Publication Date


Document Type


First Advisor

Tymeson, Garth

Degree Name

M.S. Ed. (Master of Education)

Legacy Department

Department of Physical Education


Putting (Golf)--Psychological aspects; Context effects (Psychology); Mentally handicapped teenagers--Psychology


Twenty students (16-21 years of age) with moderate mental retardation (MMR) were placed equally into a blocked or random practice group in order to assess the effects of contextual interference (Cl) on learning golf putting skills in three phases: acquisition, transfer, and retention. During acquisition, subjects in the blocked group executed 18 consecutive putts from one of three possible distances (14’9", 19’8", and 247") in each practice session. Subjects in the random practice group performed six putts from each of the three distances in a random order so that the same distance was not repeated more than twice in succession. Transfer was measured by six trials at each of three different putt lengths (9’10", 21’4", and 29'6") performed in a random order immediately following the last acquisition trial. Finally, retention was measured by six trials of the three original putt lengths, performed randomly 14 days after the last practice session. Performance was measured by scoring each putt as the distance from the ball at rest to the center of the hole. These accuracy scores were then converted to absolute error (AE) and variable error (VE) scores for data analysis in blocks of six trials. AE and VE were statistically analyzed for each putt length in two phases: acquisition, consisting of the first 10 blocks; and transfer and retention blocks. Results revealed no significant differences in AE or VE between the random and blocked Cl schedules for any of the putt lengths during acquisition. For the transfer and retention phase, no significant differences were found between groups on the short putt. The blocked group evidenced significantly less AE on transfer than the random group. No significant difference was found between groups for the long putt. Results indicated that although Cl schedule is not necessarily an issue for acquisition, it should be a consideration when planning for transfer and retention. However, the practice-scheduling effects appear to be related to the task. Since the blocked practice schedule did not appear superior to the random, there would seem to be no good reason for educators of individuals with MMR to provide practice according to a blocked schedule (i.e., multiple repetitions of the same task). Teachers should consider employing random practice schedules in order to facilitate transfer and retention.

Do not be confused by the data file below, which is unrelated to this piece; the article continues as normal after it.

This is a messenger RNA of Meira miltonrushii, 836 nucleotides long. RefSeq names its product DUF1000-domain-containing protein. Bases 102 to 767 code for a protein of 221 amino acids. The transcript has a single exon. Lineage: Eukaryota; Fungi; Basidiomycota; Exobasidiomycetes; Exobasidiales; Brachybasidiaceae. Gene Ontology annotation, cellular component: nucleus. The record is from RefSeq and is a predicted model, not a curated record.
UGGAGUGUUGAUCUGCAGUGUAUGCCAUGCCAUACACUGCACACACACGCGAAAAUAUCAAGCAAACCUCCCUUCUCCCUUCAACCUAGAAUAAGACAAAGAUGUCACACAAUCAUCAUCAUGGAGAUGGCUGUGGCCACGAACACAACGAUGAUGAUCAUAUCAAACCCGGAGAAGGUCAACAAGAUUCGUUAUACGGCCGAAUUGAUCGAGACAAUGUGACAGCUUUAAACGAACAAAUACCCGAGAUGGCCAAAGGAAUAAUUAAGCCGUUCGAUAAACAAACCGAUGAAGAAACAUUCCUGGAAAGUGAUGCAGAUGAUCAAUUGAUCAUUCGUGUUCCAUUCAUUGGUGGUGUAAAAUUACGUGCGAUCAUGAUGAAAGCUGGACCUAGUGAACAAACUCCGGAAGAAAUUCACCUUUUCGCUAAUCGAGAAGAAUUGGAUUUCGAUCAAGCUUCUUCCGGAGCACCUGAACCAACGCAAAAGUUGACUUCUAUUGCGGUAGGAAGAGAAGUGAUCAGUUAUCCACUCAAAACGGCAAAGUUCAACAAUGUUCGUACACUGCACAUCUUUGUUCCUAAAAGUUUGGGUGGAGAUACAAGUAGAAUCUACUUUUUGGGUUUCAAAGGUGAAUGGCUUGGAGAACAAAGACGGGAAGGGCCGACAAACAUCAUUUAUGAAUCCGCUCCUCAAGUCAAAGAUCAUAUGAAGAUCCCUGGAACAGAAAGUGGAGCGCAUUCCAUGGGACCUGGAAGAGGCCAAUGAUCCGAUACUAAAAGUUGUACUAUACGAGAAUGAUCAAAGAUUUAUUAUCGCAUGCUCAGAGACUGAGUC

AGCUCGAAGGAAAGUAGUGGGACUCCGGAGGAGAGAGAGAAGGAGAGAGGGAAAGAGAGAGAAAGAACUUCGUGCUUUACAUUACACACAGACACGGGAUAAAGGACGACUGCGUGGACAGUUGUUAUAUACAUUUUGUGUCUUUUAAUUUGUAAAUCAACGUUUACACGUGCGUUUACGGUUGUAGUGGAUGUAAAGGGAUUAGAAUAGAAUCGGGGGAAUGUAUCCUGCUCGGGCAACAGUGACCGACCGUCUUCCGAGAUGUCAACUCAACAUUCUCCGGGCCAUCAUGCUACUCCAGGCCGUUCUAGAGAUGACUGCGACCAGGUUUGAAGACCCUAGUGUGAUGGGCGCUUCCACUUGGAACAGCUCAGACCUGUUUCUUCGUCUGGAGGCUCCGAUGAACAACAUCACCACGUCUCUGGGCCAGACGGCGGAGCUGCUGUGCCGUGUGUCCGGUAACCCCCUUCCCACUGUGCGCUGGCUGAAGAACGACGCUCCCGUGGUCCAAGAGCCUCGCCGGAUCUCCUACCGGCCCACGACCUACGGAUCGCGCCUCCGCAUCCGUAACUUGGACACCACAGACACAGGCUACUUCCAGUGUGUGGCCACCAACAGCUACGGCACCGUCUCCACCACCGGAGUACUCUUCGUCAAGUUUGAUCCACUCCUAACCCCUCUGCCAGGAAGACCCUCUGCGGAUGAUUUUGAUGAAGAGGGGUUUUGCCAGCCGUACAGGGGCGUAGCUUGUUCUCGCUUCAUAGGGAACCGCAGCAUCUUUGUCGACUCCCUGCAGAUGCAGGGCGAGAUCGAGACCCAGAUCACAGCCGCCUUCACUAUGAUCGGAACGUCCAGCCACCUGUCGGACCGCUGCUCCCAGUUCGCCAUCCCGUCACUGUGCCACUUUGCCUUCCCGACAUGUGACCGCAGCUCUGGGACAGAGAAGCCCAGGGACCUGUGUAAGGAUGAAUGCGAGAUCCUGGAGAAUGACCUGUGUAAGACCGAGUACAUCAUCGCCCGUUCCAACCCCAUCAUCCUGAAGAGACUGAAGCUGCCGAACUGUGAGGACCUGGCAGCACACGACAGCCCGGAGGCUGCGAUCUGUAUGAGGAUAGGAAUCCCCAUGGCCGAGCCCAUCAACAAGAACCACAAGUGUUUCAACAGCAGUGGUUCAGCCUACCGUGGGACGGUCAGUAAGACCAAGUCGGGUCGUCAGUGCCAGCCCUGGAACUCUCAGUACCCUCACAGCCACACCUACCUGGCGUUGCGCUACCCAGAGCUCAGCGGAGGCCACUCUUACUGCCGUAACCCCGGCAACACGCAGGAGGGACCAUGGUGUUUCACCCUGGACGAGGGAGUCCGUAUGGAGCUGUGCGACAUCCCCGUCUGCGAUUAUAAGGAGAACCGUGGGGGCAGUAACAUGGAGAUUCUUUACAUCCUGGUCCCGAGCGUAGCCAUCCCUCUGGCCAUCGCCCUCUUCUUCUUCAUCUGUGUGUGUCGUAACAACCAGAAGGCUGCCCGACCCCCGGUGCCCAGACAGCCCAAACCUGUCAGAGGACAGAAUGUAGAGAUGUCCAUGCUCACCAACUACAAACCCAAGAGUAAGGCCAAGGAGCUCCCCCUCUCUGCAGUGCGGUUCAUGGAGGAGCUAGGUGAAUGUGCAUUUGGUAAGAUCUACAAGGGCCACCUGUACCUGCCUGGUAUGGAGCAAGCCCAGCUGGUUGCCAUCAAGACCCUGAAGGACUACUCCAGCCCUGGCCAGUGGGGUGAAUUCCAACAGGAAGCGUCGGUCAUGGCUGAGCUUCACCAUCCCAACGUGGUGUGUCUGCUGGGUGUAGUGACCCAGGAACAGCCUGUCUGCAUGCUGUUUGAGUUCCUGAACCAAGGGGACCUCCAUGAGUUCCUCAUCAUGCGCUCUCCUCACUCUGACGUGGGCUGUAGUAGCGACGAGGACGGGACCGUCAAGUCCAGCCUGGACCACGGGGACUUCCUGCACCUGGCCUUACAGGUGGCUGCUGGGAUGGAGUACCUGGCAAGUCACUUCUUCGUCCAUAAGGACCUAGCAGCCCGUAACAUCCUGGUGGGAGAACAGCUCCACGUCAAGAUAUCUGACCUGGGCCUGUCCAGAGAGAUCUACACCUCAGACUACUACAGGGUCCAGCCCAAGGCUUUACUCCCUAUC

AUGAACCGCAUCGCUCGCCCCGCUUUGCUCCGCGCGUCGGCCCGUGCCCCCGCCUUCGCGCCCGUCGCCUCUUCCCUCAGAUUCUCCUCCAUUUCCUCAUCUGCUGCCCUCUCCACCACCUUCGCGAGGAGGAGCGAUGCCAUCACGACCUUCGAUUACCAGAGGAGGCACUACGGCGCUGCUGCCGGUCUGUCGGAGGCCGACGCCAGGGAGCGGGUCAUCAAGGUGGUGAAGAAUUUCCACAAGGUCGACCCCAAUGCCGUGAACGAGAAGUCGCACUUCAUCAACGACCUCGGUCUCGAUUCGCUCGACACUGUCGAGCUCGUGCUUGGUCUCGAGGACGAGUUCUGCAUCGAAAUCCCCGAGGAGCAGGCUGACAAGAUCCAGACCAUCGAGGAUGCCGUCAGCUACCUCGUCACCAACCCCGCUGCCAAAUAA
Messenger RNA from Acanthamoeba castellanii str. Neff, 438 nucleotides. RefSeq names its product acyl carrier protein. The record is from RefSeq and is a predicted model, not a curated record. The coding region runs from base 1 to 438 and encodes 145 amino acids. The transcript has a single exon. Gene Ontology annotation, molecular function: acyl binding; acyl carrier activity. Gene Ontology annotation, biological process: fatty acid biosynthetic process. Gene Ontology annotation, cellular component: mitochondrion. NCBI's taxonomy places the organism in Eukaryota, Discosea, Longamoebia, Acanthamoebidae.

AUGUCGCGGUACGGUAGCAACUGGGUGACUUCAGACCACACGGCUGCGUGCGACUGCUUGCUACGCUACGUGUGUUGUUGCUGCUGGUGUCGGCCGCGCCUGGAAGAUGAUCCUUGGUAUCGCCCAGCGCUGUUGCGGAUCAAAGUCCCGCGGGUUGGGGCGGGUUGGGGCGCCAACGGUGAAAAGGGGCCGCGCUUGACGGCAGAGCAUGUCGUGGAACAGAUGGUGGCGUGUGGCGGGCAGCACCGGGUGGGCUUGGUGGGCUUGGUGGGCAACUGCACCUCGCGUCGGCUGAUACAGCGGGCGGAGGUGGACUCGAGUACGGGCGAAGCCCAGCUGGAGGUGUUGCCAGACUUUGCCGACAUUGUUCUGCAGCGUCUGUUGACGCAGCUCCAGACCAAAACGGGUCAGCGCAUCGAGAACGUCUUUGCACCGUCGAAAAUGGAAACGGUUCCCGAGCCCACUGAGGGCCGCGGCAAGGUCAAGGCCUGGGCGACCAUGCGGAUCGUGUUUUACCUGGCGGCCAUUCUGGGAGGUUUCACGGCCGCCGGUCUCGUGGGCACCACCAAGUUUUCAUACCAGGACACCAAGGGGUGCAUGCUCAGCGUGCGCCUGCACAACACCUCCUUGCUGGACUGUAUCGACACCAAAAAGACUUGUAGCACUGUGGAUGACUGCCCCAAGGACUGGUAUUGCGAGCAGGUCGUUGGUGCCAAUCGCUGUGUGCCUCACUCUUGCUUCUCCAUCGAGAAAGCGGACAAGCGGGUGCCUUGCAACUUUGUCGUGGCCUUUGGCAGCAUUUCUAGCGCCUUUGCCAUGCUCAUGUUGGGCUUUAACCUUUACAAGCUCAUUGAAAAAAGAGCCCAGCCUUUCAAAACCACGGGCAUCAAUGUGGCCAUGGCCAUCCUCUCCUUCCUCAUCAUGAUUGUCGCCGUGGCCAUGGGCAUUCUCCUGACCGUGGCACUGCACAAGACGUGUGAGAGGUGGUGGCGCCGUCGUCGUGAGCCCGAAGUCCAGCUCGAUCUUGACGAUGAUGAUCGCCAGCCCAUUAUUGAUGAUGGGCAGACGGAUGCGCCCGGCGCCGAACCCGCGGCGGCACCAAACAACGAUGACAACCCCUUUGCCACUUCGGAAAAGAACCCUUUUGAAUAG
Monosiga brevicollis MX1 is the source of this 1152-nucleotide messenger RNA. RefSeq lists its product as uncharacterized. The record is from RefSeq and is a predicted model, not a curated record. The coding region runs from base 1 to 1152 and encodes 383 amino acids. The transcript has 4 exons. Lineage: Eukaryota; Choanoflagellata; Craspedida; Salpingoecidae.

Includes bibliographical references (62-64)


viii, 72 pages




Northern Illinois University

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